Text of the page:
Can ChatGPT Do Our Jobs Better Than Us? Not Yet.

Artificial intelligence and its impact on the practice of law is in the news again. Readers likely have heard about the attorneys that used ChatGPT, an artificial chatbot that synthesizes high volumes of data, to draft a legal brief that they submitted in a civil action in the U.S. District Court for the Southern District of New York. Unfortunately for these practitioners, ChatGPT cited multiple cases that did not exist, and the attorneys recently endured a sanctions hearing before the presiding district judge.

Whether artificial intelligence is friend or foe to lawyers is, like many legal questions, nuanced. We have found that AI platforms such as ChatGPT, if used properly, can be a helpful tool, particularly when compiling large amounts of data. But, for now at least, the talk of AI entirely replacing attorneys is overblown. Reader, don’t quit your day job.

We asked ChatGPT a series of questions about M&A and corporate governance litigation topics and assessed its knowledge of Delaware law. As you will see, when prompted within narrow and straightforward limitations, ChatGPT does a pretty good job answering questions. Where ChatGPT struggled more was to write a persuasive argument.

When asked to brief a seminal Court of Chancery case, Corwin v. KKR Financial Holdings, LLC, ChatGPT provided a summary that was largely accurate, and helpfully distilled the case.

When we asked ChatGPT to write a persuasive legal argument concerning a relatively complex topic, however, it faltered.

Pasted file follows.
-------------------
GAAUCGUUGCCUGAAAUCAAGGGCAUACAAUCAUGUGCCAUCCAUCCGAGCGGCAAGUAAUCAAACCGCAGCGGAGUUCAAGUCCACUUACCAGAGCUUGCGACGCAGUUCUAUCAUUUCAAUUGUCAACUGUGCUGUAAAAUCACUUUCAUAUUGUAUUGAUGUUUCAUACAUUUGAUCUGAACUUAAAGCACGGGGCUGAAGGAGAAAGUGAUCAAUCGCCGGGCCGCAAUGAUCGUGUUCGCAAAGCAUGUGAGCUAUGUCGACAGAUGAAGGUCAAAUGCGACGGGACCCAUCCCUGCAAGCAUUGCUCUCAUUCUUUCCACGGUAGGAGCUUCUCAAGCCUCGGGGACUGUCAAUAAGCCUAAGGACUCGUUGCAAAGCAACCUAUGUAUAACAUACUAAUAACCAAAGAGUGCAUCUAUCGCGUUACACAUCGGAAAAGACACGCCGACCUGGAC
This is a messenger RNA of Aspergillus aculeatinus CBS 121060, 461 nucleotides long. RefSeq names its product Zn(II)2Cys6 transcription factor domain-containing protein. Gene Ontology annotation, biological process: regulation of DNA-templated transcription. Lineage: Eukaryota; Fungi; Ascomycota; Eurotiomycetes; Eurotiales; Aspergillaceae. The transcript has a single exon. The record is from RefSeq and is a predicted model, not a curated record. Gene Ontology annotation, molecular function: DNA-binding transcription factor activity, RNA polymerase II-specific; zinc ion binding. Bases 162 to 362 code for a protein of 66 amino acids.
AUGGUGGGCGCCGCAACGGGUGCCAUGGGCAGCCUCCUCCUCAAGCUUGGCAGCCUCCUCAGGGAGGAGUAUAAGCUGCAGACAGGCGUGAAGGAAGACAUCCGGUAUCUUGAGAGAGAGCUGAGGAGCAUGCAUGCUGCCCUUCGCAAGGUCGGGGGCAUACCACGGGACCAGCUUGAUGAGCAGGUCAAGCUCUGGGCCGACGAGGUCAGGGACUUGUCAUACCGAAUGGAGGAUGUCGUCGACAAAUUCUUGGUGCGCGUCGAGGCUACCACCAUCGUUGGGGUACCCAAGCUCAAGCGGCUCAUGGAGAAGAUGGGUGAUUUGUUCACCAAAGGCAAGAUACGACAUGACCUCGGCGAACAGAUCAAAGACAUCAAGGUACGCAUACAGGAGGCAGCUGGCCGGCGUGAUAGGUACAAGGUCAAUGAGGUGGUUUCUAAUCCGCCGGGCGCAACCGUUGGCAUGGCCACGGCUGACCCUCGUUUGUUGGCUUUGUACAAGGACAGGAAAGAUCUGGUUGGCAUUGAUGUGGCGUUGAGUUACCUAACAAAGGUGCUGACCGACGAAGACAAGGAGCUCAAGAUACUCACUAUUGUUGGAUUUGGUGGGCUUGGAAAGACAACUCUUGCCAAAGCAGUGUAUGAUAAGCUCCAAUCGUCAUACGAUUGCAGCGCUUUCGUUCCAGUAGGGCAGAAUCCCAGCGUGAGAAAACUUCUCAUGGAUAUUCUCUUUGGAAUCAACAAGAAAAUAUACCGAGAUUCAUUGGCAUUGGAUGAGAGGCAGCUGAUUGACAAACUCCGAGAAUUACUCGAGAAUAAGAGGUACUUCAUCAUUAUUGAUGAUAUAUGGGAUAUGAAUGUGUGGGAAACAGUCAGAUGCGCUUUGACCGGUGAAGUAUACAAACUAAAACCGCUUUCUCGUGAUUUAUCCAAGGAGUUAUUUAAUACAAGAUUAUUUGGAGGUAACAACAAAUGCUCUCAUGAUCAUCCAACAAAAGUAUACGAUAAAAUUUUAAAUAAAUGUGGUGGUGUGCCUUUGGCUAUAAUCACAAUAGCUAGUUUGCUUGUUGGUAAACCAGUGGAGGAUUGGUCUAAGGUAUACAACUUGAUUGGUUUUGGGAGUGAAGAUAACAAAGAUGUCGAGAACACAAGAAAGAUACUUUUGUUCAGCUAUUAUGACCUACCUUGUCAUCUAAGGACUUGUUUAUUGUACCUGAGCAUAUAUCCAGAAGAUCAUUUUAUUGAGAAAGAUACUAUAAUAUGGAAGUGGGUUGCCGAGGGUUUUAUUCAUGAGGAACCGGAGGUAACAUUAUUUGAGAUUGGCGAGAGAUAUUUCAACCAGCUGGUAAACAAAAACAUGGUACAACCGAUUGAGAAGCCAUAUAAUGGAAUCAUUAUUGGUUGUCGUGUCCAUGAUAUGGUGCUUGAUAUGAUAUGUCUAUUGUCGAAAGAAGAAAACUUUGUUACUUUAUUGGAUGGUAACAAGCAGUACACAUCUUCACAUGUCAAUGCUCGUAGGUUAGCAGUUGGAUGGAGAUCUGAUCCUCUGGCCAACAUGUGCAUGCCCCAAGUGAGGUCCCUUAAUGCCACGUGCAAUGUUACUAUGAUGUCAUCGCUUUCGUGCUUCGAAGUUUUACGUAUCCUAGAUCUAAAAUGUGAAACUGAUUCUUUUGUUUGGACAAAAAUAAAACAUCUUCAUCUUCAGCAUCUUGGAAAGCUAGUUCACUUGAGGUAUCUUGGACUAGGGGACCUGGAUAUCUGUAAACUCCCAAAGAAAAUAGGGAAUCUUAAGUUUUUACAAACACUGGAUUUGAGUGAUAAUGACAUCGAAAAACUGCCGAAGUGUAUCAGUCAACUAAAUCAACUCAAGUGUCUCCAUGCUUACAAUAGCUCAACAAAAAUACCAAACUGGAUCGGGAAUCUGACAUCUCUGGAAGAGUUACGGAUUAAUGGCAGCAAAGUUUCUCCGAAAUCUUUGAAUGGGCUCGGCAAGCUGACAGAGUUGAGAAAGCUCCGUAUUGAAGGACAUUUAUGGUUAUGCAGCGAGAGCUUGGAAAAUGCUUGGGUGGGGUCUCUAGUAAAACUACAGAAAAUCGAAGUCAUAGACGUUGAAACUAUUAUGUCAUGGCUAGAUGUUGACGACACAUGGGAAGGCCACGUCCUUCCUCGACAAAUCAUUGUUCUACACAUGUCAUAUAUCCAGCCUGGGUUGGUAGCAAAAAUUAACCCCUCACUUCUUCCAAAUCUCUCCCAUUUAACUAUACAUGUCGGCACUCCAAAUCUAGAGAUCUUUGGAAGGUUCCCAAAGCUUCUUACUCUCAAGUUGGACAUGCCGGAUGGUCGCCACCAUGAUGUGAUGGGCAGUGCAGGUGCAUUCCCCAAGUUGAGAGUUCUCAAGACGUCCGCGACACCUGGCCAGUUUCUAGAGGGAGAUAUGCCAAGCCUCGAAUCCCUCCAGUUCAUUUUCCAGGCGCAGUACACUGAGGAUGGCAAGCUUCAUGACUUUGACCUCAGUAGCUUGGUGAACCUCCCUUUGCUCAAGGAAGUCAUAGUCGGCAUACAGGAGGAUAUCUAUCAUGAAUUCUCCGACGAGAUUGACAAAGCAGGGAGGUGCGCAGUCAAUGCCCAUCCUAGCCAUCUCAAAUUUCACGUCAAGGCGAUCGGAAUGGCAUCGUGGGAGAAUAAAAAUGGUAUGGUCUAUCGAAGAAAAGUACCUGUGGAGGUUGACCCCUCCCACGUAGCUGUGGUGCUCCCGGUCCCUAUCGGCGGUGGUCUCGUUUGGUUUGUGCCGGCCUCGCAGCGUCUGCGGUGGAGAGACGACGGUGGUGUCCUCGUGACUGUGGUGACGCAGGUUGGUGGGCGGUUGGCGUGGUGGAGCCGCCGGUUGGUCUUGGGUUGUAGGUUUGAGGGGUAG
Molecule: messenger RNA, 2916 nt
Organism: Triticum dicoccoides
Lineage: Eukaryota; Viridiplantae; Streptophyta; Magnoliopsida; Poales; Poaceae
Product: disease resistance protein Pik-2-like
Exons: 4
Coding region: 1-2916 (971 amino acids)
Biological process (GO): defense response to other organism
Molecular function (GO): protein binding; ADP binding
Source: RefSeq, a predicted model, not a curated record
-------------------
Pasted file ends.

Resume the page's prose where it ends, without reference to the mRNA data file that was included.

The argument was not necessarily bad; it was mostly accurate, if a bit rote and elementary. In particular, ChatGPT used broad legal principles that may apply, but it only scratched the surface of the relevant issues. An experienced human attorney likely knows that fiduciary duties interact with almost all stockholder vote scenarios, but ChatGPT did not explain how disinterested stockholders’ duties are implicated when the transaction is both beneficial to all shareholders and the voting stockholders personally (i.e., the entrenchment allegation). The heightened entire fairness standard may apply in the scenario presented, but ChatGPT did not argue why it should apply over the more deferential business judgment rule, and why its application would favor the stockholders bringing the post-close claim. ChatGPT’s best cite was to Zapata, where it acknowledged shareholders may bring post-close claims, but it stopped there. It did not analogize to a case where entrenchment was alleged.

If we were answering the question, we would have led with Corwin cleansing, the principle from the seminal case briefed above that a fully informed, uncoerced majority of a company’s disinterested stockholders’ approval of a transaction “cleanses” any alleged breaches of fiduciary duty and restores a lower business judgment review. And, because (unlike ChatGPT) we have access to and are familiar with the Court of Chancery’s recent decision in Edgio, discussed recently in this space, we would have argued also that Corwin cleansing’s application is limited to post-close damages claims only, not injunctive relief, as the prompt asked.

Of course, AI’s capabilities are limited to the data it has before it. The ChatGPT platform is limited to case law through 2021. Utilizing ChatGPT most effectively also requires work; one has to use trial and error to learn how to ask questions to generate a desired output.

But even if armed with all of these resources, it is dubious ChatGPT could—at least for now—draft a persuasive memorandum of law on par with an experienced practitioner. One would hope that all those long hours of motion drafting would lead not only to a body of knowledge, but advocacy expertise and skillful use of precedent.

AI likely will make our jobs as attorneys easier as the technology becomes more sophisticated. But our advice (or at least the advice of the human authors of this post) is that attorneys should use AI as a supplement, not a replacement.

This post is as of the posting date stated above. Sidley Austin LLP assumes no duty to update this post or post about any subsequent developments having a bearing on this post.